My outlook for J changed as the years passed. I had a great deal of hope that he would develop social skills and be like many of the kids and adults with special needs that I had previously known. My brother is still cute but he is now 10 and has obvious severe mental and social deficits. I have caught myself just deflecting with “he’s cute” because talking about his actual development is painful. When other people make the comment that J is cute, I now think that comment is the only positive one that they can make.

    • Andi says

      Thank you so much for sharing, Janice. I’ve seen enough comments on other articles, blogs, etc., by people who don’t have family members with disabilities to know how some people think. Time and again, I’ve read things like, “That mom is happy now, but her kid is still cute and easy to take care of – just wait until he’s grown and…” so I guess in some ways I’m waiting for the proverbial other shoe to drop.

  7. says

    Excellent post. I love the “since when does difficult equal undesirable?”. So very true. Nathan is adorable so I bet most people truly mean it when they say he is cute. Yet, I know where you are coming from as I think about the same things too.

    • Andi says

      I don’t think we can help but think about these things, Anna. Which is, of course, just another to add to the long list of things that are the REAL cause of suffering for people with disabilities and their loved ones. Most often, it’s the attitude of other people about the disability that causes suffering, not the disability itself.

  8. Dawn says

    The “God only gives” comment is bogus. It’s not even in the bible, although people like to quote it as scripture truth. The real truth is that if God only gave you what you could handle then there wouldn’t be much use for him. All of our troubles really start when we think we can handle them without Him. I think God gives us stuff we can’t handle because He wants to handle it for us. He wants us to trust that He has the right answers to our problems, even if His answers don’t follow our time table or wishes. A genie he ain’t, but I personally don’t want a genie…

    As far as Nathan goes, he is cute embodied. You’re just being modest. If he wasn’t, people would say he was “breath-taking” ala Elaine on Seinfeld (if you don’t know the reference, look up the ugly baby episode). Ha ha! 😉

    I don’t think you are being overly sensitive or cynical. We all crave geniune words. And, I think they are in this case. Chalk up the he’s cute to that fact that he is. I know what you mean, though. I had someone tell me today that I had a great nose, which I don’t. I’m okay with my nose, but to mention it made me feel like they were only complimenting it because it isn’t cute and they thought I must be self conscious. More on that later…we’ll chat.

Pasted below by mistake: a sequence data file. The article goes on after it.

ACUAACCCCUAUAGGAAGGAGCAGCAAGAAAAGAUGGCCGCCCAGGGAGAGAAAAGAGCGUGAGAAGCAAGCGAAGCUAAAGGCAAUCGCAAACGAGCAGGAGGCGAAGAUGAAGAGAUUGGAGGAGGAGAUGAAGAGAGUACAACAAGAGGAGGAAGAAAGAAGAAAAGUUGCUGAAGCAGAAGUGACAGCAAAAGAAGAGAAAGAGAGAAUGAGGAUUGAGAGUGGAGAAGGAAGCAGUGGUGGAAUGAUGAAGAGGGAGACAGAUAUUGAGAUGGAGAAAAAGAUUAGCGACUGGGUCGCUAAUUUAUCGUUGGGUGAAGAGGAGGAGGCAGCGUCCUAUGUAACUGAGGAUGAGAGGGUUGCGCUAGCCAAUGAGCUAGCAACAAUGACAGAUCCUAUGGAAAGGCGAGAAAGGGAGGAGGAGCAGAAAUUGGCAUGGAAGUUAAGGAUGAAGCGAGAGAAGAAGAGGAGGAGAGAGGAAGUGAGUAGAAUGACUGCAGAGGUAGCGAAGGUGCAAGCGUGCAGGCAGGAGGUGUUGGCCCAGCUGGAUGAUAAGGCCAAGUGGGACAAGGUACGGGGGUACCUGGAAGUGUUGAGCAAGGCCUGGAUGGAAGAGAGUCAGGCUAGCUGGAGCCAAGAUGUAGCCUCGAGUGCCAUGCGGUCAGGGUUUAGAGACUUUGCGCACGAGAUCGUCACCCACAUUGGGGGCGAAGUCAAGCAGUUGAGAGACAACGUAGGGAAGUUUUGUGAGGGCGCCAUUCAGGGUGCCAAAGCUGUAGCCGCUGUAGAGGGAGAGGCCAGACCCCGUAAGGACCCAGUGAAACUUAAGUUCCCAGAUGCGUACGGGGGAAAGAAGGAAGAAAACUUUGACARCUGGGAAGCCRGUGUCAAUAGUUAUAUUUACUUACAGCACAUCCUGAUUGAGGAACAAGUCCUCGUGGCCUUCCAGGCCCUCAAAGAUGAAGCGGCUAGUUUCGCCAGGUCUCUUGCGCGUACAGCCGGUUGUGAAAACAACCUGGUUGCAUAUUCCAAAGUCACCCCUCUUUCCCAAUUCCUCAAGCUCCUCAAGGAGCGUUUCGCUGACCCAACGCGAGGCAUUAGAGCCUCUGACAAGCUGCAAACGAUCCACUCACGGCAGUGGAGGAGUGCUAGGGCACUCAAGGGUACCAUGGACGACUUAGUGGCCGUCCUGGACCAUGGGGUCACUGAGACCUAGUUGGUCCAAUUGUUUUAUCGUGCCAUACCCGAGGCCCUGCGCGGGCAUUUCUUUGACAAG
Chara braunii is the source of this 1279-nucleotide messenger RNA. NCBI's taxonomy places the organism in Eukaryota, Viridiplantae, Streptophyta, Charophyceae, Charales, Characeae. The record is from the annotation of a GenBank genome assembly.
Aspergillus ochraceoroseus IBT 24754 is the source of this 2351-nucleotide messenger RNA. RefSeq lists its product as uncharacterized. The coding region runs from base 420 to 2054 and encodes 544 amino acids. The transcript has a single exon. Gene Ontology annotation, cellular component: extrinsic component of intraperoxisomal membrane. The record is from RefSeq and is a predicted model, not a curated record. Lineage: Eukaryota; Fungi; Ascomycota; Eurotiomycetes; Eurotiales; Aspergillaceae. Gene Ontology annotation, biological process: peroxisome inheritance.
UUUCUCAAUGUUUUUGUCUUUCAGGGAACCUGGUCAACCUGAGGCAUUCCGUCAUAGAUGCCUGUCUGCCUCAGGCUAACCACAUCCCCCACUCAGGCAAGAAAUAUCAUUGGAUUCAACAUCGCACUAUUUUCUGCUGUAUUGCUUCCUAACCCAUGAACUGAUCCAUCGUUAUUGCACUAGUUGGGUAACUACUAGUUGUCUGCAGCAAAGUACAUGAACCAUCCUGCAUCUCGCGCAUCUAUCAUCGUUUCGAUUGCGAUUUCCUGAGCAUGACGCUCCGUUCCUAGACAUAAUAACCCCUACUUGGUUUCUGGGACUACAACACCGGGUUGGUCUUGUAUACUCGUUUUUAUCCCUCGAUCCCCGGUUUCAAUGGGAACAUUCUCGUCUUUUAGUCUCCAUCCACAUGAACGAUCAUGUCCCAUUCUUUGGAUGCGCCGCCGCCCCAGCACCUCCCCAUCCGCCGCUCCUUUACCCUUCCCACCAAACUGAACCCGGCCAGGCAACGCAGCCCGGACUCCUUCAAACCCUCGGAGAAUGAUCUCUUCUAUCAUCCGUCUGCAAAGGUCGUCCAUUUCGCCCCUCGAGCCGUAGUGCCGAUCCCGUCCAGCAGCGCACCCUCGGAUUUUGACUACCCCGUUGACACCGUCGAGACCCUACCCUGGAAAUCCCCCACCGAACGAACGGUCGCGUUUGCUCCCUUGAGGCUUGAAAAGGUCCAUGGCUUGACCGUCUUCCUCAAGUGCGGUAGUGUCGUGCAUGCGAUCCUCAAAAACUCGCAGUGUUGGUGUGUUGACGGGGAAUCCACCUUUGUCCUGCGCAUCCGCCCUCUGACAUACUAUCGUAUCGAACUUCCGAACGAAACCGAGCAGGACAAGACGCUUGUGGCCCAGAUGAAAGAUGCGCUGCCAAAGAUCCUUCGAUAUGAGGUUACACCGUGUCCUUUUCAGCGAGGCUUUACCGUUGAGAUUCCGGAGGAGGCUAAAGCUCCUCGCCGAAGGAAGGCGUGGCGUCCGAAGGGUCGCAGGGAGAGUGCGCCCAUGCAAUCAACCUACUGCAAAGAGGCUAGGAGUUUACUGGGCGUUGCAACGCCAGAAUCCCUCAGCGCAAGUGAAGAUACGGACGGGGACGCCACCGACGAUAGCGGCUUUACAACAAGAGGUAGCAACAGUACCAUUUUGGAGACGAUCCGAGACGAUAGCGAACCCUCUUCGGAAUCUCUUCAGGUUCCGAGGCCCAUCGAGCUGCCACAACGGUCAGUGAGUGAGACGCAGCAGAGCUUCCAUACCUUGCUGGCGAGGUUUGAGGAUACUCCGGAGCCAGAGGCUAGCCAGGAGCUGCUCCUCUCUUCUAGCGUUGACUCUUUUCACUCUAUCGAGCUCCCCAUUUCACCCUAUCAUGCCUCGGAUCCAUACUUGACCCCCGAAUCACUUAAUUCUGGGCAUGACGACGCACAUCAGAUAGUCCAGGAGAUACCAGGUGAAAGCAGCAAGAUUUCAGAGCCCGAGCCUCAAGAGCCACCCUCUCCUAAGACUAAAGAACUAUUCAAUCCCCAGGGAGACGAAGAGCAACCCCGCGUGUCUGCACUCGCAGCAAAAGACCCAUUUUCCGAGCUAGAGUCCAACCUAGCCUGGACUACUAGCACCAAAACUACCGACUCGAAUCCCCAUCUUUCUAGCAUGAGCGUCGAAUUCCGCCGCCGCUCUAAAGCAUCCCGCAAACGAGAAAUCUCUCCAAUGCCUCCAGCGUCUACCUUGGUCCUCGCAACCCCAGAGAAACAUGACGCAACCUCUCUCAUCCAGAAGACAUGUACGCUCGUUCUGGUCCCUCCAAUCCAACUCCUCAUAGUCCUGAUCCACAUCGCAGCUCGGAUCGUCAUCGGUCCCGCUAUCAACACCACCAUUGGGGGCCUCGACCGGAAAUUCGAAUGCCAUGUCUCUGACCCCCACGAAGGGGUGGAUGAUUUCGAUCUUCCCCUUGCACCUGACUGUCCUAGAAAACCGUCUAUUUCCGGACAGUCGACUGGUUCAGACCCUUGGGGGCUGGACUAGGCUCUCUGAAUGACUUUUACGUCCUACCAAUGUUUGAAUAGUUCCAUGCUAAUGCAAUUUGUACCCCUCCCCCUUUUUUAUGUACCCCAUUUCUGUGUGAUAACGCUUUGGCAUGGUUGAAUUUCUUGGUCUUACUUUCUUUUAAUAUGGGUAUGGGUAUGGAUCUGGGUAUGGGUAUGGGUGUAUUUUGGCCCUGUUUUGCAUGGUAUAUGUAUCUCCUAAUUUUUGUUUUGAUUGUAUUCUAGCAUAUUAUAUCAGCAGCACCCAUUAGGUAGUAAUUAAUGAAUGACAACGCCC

• Andi says

      I’m totally not being modest. I think my son is the cutest kid EV-ER.:) Except for maybe Sarah Kate – she was a cute baby, too, although she didn’t have that wonderful squishy baby fat that Nathan has.

  9. says

    When people comment on how cute my girls are, I know they mean it because they are generally commenting on their curly curly hair, which is absolutely fabulous (when you have random men commenting on a 2-year-olds hair, you know it’s something special.)

    When people tell Julia she’s cute in that baby way that is also used for old people – that is when you know it’s not her cuteness that propmted it, but because they think she’s mentally deficient, which, whether it’s true or not, is unacceptable. You don’t talk to people who are not babies in a baby voice.

  10. Jenny says

    Great post Andi. I am not a fan of that comment either “God only gives people what they can handle” – actually a very good friend of mine told me that people that say that are full of crap (well that is not exactly what she said but I didn’t feel right about swearing on your blog :-) ) There are other things that people always say to me that make my skin crawl like “everything happens for a reason” – not sure how that is supposed to make me feel better about my son’s limitations. Anyway I am babbling but I also have to say that Nathan is super CUTE and I mean it.

  11. Lyn says

    I think people say those sort of things simply because they don’t know what else to say, and they are so damn glad they (think) will never be put in the position to find out for themselves.
    My husband and I are raising our grandson who has Down syndrome. He’s six and a half and he’s as cute as a button. He’s also one of the few kids with Down syndrome who is quite tall for his age.

    My biggest gripe is the people who say (of kids who have Down syndrome) “Oh, but they’re so loving”
    Well, yes they can be, but they can also be just as grumpy, difficult, frustrating, noisy and naughty as any other kid!
    Please don’t define my boy as being “loving” as if that’s all he is capable of being.

    • Andi says

      Yes! Nathan is a very loving child, but so is Sarah Kate – those statements not only minimize all of the other qualities, but also take away from the fact that he IS loving (it’s as if it’s assumed he’ll be that way, through no effort of his own, which devalues the loving nature!)